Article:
haitian genocide

I fully support Drexel professor George Ciccariello-Maher’s statements. They serve as a reminder that white genocide isn’t real and a common neo-Nazi term used to justify racist violence. Also the Haitian Revolution (what George is referencing) was the most successful slave revolt in nearly two millennia due to killing white slave owners.

Drexel’s reprimanding of George’s statement is a violation of free speech and pandering to white supremacists. George has long been an accomplice to the the queer and trans communities and we owe him our backing.

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October 2nd 1937: Parsley Massacre begins

On this day in 1937, the Parsley Massacre began at the orders of Dominican dictator Rafael Trujillo. The global economic depression caused discontent in the Dominican Republic, and people found a convenient scapegoat for their hardship in Haitian immigrants who sought work on Dominican sugar plantations. The brutal Trujillo nurtured anti-Haitian sentiment, perhaps due to a desire to expand the Dominican Republic across Hispaniola, paranoia about revolutionary elements in Haiti, or personal racial biases. Black African Haitians were regarded with distrust by mixed race Dominicans, proud of their European heritage from the days of Spanish rule. In 1937, Trujillo ordered the systematic slaughter of Haitians in the borderlands between the two countries. Haitians were identified in a test where Dominican soldiers would hold a sprig of parsley and ask the person to say what it was. If they did not pronounce it the Spanish way (perejil) as Dominicans did, they were considered Haitian and killed. The bodies of men, women, and children were dumped in the Massacre River, named for an earlier colonial conflict. Ultimately, between 9,000 and 20,000 people were killed in the genocidal violence, which occurred over five days. Trujillo’s actions were condemned by the United States, who had previously considered him an ally, and President Franklin D. Roosevelt ordered the Dominican government to pay reparation to the victims’ families, though this did not occur. The effects of the Parsley Massacre are still felt today, as Haitian immigration continues to breed discontent among some Dominicans, and the government recently stripped Haitian Dominicans of citizenship. The massacre is little acknowledged outside of Hispaniola, but the tragic events of 1937 and the thousands of victims should never be forgotten.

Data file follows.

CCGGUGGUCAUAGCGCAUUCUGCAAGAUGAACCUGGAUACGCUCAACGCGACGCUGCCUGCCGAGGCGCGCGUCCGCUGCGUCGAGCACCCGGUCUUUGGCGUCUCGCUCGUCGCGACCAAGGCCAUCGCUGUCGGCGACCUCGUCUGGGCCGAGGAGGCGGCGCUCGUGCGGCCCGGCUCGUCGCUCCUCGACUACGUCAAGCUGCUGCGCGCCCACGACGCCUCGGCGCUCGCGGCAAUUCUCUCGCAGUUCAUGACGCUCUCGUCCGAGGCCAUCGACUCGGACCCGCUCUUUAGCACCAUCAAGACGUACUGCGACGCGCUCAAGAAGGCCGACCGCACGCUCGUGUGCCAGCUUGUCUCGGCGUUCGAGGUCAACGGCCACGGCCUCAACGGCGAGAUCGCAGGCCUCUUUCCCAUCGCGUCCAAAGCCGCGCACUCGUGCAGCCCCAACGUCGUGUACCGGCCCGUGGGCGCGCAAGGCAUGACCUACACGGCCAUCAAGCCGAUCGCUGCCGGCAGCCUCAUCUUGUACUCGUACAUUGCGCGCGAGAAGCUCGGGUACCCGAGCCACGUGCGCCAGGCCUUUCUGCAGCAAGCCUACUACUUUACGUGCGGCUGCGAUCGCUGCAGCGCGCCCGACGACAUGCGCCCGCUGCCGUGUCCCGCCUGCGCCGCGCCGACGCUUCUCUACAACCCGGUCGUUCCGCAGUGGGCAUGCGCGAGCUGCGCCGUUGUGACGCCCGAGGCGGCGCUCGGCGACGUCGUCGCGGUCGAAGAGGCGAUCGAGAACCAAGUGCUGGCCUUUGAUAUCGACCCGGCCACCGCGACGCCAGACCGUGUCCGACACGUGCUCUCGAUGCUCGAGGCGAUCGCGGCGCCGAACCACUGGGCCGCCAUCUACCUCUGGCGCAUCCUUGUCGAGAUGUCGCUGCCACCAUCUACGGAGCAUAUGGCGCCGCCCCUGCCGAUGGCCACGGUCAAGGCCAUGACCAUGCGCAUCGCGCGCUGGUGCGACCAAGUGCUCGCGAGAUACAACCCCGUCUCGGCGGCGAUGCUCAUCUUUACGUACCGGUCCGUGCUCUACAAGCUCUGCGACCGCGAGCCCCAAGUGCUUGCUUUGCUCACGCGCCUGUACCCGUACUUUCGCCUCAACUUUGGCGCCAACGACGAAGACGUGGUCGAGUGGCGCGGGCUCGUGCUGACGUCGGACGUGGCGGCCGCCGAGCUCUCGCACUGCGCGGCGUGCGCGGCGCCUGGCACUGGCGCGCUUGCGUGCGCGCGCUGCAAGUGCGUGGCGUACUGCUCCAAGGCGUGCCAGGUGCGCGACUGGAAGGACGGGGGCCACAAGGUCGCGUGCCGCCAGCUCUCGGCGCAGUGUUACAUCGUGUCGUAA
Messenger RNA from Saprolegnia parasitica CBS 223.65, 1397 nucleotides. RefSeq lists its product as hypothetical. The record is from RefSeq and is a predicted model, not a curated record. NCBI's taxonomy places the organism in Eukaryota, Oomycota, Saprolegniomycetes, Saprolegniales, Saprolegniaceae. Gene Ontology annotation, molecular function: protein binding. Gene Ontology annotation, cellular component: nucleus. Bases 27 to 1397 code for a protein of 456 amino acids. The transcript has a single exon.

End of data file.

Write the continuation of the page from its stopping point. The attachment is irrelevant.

“To the Dominicans who were complaining of the depredations by Haitians living among them…I have responded, ‘I will fix this.’ And we have already begun to remedy the situation. Three hundred Haitians are now dead in Bánica. This remedy will continue.”
- Rafael Trujillo